Description

BACKGROUND OF THE INVENTION

The present invention relates in general to a circuit for encoding identification, serialization, or other information on circuit dice.

There is a need for providing identification and other types of information on circuit dice or chips. For example, it may be desireable or necessary in circuit parameter studies to monitor small shifts in the values of the various circuit parameters of a test die over time. In order to observe such shifts accurately, a particular test circuit die must be used for each measurement because the variation of the circuit parameters from die to die may be comparable to, or even larger than, the shifts that are to be monitored. Consequently, some means must be provided by which a particular circuit die can be identified. The use of visible or optically readable marks and codes is not generally suitable because the dice are encapsulated so that the marks or codes can not be seen. As a result, electrical identification of the dice is the only workable solution, especially for large volumes of parts processed in production, assembly and test facilities. The only other alternative would be to maintain part identification with physical means, such as part carriers or identification bins, however, this solution is unworkable with large numbers of parts and the risk of misclassification is unacceptably high.

In technologies in which there are inherently built-in programmable structures, such as programmable memories, it is a rather straight forward procedure to use these available structures for encoding the identification information into the circuits. However, with other types of circuits that do not include any programmable structures, extra undesirable or impossible fabrication steps are required to add them which could have an effect on the measured circuit parameters that would defeat the whole purpose of the parameter study. For example, the identification circuitry may require extra layers of material or the use of non-standard masks which may be incompatible with current wafer stepper lithographic techniques, and thus could not be utilized therewith.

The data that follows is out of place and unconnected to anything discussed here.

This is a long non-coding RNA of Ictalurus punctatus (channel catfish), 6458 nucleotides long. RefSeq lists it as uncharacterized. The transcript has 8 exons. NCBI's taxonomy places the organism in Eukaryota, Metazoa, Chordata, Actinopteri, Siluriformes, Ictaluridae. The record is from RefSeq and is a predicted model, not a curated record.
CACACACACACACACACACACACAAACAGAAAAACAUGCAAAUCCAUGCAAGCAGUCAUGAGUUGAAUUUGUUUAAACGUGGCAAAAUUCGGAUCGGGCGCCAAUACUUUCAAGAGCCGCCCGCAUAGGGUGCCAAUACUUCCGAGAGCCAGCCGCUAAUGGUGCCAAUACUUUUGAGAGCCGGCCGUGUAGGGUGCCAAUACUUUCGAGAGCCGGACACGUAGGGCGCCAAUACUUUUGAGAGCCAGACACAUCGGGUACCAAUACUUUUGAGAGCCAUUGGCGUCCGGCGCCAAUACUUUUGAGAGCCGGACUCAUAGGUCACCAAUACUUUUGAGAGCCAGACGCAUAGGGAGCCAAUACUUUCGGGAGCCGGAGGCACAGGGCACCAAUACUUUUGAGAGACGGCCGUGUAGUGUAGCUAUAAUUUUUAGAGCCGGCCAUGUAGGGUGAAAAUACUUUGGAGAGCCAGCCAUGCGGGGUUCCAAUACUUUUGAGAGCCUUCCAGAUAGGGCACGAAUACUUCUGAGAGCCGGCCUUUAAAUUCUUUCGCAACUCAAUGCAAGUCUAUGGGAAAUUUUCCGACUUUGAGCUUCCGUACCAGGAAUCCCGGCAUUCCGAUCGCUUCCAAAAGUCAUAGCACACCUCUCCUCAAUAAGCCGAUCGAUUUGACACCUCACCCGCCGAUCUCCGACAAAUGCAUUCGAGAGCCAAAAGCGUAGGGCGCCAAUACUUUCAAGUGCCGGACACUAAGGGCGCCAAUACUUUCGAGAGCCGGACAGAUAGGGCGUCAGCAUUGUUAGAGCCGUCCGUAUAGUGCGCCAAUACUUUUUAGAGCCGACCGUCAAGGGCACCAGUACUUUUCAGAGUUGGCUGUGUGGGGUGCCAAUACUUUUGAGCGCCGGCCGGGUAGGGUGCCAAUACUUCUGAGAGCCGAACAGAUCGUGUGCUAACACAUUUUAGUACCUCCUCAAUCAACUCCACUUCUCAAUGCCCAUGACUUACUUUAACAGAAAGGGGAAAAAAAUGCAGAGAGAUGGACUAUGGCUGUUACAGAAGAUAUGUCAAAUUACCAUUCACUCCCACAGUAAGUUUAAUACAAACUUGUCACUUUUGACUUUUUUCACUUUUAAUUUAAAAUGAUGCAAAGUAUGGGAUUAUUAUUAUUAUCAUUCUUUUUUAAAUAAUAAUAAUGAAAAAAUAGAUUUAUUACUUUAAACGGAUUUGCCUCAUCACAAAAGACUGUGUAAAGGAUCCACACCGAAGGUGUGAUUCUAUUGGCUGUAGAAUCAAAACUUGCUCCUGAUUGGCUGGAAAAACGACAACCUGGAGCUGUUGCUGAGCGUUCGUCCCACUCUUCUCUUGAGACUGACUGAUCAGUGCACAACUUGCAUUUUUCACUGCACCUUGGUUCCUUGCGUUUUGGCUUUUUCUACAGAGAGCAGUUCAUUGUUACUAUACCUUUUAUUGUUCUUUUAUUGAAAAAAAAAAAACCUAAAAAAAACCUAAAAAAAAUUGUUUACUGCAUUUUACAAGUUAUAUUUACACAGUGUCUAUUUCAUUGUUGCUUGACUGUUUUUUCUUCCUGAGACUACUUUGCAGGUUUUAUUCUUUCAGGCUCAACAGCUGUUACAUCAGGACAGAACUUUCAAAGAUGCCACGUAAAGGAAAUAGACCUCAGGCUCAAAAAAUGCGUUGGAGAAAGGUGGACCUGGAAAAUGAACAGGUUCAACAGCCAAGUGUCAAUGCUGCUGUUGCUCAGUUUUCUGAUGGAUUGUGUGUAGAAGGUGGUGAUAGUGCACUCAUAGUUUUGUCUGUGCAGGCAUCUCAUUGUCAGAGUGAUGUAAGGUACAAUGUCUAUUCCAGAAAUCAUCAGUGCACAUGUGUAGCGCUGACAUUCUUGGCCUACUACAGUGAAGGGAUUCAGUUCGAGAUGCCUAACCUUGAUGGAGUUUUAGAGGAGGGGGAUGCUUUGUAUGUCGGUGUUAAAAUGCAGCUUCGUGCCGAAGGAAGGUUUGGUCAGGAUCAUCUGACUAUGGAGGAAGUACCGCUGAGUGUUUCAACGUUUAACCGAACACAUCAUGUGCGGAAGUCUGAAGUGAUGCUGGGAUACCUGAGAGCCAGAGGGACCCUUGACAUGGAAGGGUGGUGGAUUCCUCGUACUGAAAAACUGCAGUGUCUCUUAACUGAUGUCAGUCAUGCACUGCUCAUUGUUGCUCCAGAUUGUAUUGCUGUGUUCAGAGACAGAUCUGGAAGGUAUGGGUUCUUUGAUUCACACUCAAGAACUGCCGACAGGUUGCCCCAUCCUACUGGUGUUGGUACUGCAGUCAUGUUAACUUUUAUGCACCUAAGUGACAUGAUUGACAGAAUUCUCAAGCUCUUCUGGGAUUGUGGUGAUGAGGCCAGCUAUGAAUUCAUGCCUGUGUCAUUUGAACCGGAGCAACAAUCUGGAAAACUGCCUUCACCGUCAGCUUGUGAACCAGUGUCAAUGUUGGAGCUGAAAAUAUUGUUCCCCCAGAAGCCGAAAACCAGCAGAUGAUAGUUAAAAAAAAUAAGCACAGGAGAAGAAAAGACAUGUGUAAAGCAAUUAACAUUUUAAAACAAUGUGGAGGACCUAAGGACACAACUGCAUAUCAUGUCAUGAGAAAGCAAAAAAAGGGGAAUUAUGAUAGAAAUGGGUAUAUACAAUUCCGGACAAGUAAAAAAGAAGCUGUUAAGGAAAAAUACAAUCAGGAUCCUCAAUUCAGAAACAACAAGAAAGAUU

SUMMARY OF THE INVENTION

It is therefore the object of the present invention to provide in an intergrated circuit die a circuit for electrically encoding identification and other information relating to such die and which can be easily incorporated into the die using fabrication steps that are compatible with present integrated circuit fabrication techniques.

It is another object of the invention to provide in an intergrated circuit die a programmable information storage and reading circuit which includes plurality of bit cells each of which employs a capacitor structure as a single binary information bit store and which can be physically altered to change its binary value selectively.

These and other objects of the invention are achieved through use of a programmable identification circuit that can be formed on a circuit die either after or during fabrication of the die and employs circuit technology which is compatible with the remaining circuits on the circuit die. In the preferred embodiment of the invention, the information is encoded as a plurality of binary bits, and each bit of information is represented by a capacitor structure embodied in a semiconductor structure that is wired to act as a capacitor, such as a metal oxide semiconductor field effect transistor (MOSFET) or an insulated gate field effect transistor (IGFET). Normally, the capacitor is open circuited so that no current can flow through it. However, when a high voltage is applied across the capacitor from a programming voltage probe, the structure breaks down and creates a conduction path between the gate and the source or drain of the field effect transistor. The identification information can therefore be programmed into the circuit die in binary form through the selective application of high voltage to the MOSFET or IGFET capacitors. After the information has been programmed into the circuit die, it can be read in numerous ways, such as with a read circuit which tests the condition of each of the capacitors on a die sequentially. The use of a MOSFET or IGFET structure in this manner enables the identification bit cells to be formed on a circuit die by conventional MOS technology and fabrication techniques without the need for using other incompatible fabrication techniques.